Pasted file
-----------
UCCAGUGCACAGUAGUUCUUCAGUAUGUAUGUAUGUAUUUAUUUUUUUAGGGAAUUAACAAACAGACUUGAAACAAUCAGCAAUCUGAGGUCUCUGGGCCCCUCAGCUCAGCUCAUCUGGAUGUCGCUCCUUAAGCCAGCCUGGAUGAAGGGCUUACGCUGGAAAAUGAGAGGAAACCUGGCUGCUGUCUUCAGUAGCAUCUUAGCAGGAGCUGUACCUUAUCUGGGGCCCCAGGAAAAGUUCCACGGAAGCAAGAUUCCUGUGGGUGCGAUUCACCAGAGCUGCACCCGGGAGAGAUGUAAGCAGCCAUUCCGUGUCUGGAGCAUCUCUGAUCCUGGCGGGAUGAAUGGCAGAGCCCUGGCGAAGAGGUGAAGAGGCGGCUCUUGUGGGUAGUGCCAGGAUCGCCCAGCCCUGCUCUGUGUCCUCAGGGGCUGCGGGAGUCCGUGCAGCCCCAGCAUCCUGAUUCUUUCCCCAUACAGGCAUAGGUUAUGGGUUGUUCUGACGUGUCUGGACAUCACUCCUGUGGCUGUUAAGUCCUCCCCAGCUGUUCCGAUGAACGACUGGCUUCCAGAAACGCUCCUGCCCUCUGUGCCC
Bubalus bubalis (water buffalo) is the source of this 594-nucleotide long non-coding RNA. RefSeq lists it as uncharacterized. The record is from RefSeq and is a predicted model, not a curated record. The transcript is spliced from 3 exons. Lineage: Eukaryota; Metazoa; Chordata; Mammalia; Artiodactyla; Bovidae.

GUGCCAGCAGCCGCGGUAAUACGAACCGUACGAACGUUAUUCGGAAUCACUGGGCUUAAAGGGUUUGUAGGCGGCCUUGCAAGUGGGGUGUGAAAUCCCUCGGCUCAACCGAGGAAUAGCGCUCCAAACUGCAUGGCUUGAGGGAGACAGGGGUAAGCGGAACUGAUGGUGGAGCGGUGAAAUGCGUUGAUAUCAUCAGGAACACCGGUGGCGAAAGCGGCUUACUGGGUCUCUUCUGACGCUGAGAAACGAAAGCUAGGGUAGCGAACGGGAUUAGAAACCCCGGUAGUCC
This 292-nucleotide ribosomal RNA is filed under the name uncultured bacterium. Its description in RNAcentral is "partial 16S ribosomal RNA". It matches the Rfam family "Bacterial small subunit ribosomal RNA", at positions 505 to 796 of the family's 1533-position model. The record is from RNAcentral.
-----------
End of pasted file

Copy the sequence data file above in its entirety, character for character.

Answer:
UCCAGUGCACAGUAGUUCUUCAGUAUGUAUGUAUGUAUUUAUUUUUUUAGGGAAUUAACAAACAGACUUGAAACAAUCAGCAAUCUGAGGUCUCUGGGCCCCUCAGCUCAGCUCAUCUGGAUGUCGCUCCUUAAGCCAGCCUGGAUGAAGGGCUUACGCUGGAAAAUGAGAGGAAACCUGGCUGCUGUCUUCAGUAGCAUCUUAGCAGGAGCUGUACCUUAUCUGGGGCCCCAGGAAAAGUUCCACGGAAGCAAGAUUCCUGUGGGUGCGAUUCACCAGAGCUGCACCCGGGAGAGAUGUAAGCAGCCAUUCCGUGUCUGGAGCAUCUCUGAUCCUGGCGGGAUGAAUGGCAGAGCCCUGGCGAAGAGGUGAAGAGGCGGCUCUUGUGGGUAGUGCCAGGAUCGCCCAGCCCUGCUCUGUGUCCUCAGGGGCUGCGGGAGUCCGUGCAGCCCCAGCAUCCUGAUUCUUUCCCCAUACAGGCAUAGGUUAUGGGUUGUUCUGACGUGUCUGGACAUCACUCCUGUGGCUGUUAAGUCCUCCCCAGCUGUUCCGAUGAACGACUGGCUUCCAGAAACGCUCCUGCCCUCUGUGCCC
Bubalus bubalis (water buffalo) is the source of this 594-nucleotide long non-coding RNA. RefSeq lists it as uncharacterized. The record is from RefSeq and is a predicted model, not a curated record. The transcript is spliced from 3 exons. Lineage: Eukaryota; Metazoa; Chordata; Mammalia; Artiodactyla; Bovidae.

GUGCCAGCAGCCGCGGUAAUACGAACCGUACGAACGUUAUUCGGAAUCACUGGGCUUAAAGGGUUUGUAGGCGGCCUUGCAAGUGGGGUGUGAAAUCCCUCGGCUCAACCGAGGAAUAGCGCUCCAAACUGCAUGGCUUGAGGGAGACAGGGGUAAGCGGAACUGAUGGUGGAGCGGUGAAAUGCGUUGAUAUCAUCAGGAACACCGGUGGCGAAAGCGGCUUACUGGGUCUCUUCUGACGCUGAGAAACGAAAGCUAGGGUAGCGAACGGGAUUAGAAACCCCGGUAGUCC
This 292-nucleotide ribosomal RNA is filed under the name uncultured bacterium. Its description in RNAcentral is "partial 16S ribosomal RNA". It matches the Rfam family "Bacterial small subunit ribosomal RNA", at positions 505 to 796 of the family's 1533-position model. The record is from RNAcentral.